I see only 2 players. The rest of players are mediocres.
When are we going to see the parade of good tennis players?
There are a lot players without conviction and they crack too easy.
I can count 99 of 100. It is hard for me to watch tennis with so many mediocrity.

Posted by Juan dela Cruz 07/06/2008 at 11:21 PM

Not only Rafa wins but the entire tennis fans all over the world wins!

Posted by Maddie 07/06/2008 at 11:24 PM

My darling, dearest Roger,
Please, babe, just know this: I LOVE you SO much, that I can afford to HATE you just a little right now. You made me nervous as heck, freaked me out, got me excited, and then disappointed me. Not that your performance was disappointing at all, hon, because you played awesome tennis today. It's just.....SIX in a row....ah, so many chances. But hey, how 'bout you make it up to me by agreeing to play through 2014, winning Wimbledon every year until you retire? Ah, I love you dear. Sorry it had to end so terribly. I have every confidence that you'll win Wimbledon again.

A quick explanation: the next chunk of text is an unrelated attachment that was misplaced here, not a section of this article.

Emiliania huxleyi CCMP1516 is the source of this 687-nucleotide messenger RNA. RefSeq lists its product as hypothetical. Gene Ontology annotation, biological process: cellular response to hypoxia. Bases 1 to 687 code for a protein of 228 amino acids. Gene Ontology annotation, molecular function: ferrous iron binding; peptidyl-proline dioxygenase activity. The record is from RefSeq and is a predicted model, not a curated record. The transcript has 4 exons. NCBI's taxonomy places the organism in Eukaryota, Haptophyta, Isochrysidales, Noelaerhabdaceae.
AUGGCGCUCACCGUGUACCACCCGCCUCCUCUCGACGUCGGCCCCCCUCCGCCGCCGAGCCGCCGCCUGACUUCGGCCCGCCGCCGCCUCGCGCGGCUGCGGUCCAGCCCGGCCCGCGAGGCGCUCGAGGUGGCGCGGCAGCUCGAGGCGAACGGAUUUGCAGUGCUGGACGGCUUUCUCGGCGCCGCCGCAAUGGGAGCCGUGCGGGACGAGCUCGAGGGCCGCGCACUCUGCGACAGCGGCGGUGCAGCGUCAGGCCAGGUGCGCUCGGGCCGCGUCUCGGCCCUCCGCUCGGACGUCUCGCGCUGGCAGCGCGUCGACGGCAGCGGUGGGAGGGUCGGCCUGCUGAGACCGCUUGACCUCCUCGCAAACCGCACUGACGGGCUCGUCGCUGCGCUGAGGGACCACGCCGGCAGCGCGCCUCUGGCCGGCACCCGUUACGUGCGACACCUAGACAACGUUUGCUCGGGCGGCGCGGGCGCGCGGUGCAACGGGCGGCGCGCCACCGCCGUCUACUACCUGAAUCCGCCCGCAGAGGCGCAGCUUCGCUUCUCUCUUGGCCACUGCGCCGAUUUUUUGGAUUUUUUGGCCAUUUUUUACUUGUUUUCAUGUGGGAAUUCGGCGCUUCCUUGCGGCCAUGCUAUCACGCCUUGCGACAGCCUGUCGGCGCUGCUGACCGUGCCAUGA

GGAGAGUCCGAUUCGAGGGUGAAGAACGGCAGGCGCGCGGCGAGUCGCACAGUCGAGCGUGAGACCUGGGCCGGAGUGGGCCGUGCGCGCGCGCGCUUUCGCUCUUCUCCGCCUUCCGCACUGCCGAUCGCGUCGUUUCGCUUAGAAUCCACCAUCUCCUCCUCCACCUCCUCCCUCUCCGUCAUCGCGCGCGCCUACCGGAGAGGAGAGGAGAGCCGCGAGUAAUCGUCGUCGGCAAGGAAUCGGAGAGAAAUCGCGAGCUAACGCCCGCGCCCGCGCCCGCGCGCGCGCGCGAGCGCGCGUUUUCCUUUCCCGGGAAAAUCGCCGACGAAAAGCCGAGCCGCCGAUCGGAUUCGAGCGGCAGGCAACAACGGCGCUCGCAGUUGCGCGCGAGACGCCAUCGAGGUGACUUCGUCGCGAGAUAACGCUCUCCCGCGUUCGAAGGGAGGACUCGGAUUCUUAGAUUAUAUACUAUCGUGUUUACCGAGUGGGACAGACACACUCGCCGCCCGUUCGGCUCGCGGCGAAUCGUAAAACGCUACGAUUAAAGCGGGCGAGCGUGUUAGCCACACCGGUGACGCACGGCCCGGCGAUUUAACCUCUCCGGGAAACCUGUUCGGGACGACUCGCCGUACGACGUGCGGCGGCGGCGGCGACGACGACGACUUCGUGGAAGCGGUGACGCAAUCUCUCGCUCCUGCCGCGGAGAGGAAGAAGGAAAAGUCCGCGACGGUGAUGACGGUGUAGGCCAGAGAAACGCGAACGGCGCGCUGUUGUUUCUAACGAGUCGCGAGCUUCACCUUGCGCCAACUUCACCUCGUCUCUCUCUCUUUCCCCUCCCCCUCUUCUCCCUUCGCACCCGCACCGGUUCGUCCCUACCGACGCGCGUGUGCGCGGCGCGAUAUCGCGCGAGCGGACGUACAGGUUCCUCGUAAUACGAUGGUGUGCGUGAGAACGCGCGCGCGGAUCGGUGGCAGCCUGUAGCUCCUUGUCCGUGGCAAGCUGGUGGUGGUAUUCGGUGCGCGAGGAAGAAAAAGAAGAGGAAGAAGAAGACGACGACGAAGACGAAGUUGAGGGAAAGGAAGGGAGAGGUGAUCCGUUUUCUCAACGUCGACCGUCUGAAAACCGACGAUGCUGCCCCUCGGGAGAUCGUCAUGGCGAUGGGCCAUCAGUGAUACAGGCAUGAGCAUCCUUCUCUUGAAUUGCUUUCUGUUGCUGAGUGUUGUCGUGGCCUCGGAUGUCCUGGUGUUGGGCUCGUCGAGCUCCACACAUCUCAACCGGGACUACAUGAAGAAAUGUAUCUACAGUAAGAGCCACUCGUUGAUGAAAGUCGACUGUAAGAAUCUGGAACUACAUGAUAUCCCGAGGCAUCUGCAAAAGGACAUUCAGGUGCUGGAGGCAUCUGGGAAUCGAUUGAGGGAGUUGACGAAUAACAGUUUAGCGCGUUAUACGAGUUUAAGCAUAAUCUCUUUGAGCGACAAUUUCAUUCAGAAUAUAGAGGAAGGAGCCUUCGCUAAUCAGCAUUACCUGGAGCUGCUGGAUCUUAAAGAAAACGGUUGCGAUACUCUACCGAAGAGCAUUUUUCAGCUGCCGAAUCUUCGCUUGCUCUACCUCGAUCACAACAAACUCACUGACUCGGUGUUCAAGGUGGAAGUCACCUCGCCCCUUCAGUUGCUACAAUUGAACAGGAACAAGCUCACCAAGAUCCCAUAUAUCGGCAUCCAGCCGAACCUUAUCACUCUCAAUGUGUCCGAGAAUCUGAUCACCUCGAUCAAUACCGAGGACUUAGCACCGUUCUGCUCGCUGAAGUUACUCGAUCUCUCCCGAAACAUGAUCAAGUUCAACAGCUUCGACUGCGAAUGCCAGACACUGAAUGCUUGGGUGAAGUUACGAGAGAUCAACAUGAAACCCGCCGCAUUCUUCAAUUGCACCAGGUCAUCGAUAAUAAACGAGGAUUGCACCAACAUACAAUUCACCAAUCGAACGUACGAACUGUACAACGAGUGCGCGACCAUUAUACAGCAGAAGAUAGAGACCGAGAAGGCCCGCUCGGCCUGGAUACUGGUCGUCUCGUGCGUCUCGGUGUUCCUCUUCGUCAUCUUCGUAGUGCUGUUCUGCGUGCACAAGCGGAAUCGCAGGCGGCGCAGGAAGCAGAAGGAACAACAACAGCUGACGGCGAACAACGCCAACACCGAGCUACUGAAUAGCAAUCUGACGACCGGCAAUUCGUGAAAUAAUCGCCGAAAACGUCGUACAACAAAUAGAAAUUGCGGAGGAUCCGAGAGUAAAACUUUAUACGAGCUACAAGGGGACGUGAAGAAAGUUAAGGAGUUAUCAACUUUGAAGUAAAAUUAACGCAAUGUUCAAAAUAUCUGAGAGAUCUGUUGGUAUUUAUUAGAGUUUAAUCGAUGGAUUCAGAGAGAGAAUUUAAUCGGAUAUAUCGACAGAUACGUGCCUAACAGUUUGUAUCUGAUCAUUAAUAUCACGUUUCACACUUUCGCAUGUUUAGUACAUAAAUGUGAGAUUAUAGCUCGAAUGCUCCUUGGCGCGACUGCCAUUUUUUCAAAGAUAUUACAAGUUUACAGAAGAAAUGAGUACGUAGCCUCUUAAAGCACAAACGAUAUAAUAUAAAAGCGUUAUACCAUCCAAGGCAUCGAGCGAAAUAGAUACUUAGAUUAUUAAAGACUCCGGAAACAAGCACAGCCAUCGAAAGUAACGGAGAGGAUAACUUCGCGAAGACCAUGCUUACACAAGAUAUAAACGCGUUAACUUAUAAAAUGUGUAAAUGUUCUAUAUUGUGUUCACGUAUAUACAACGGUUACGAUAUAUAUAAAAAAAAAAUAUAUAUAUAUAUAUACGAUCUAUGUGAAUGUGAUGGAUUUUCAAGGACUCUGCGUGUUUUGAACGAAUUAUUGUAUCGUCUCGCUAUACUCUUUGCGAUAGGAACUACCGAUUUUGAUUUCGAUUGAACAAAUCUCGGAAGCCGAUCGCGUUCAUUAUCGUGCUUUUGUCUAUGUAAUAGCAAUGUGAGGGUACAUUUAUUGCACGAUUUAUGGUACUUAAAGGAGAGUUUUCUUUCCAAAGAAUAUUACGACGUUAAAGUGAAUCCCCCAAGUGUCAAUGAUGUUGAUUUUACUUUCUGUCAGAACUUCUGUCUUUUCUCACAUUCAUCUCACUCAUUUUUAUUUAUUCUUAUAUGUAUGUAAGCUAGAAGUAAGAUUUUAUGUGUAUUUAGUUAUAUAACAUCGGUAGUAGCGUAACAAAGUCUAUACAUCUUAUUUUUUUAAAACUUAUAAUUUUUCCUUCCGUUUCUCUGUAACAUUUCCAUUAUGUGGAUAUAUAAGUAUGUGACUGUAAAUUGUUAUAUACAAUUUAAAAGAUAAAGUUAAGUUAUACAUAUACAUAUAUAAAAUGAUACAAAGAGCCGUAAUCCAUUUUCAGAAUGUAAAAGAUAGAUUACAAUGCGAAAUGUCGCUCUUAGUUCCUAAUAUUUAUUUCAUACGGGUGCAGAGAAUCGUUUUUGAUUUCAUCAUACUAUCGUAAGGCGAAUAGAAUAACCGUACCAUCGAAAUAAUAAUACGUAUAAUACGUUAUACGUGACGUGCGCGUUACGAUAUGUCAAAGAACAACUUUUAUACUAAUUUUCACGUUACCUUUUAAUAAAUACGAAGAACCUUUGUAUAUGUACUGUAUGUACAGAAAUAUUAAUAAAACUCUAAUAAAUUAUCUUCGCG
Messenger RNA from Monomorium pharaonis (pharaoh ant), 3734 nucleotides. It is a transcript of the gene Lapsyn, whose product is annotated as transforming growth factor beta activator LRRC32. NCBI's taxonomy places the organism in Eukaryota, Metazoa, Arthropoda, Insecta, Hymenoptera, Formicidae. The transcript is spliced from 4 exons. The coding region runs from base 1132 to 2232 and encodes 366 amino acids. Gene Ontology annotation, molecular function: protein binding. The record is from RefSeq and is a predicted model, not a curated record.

With ever so much love,
P.S.-- Oh, quick question. In either the first or second set, I forget which, there were two serves (which I saw) where you lifted your left toe up at the beginning of the service motion, like you used to do in '01 and '02. You missed the first serve I saw you do this on, and on the second serve you did it on, you let the toss go, and redid the serve, that time not lifting your toe up. What was with that? Did you forget the new form for a second or something?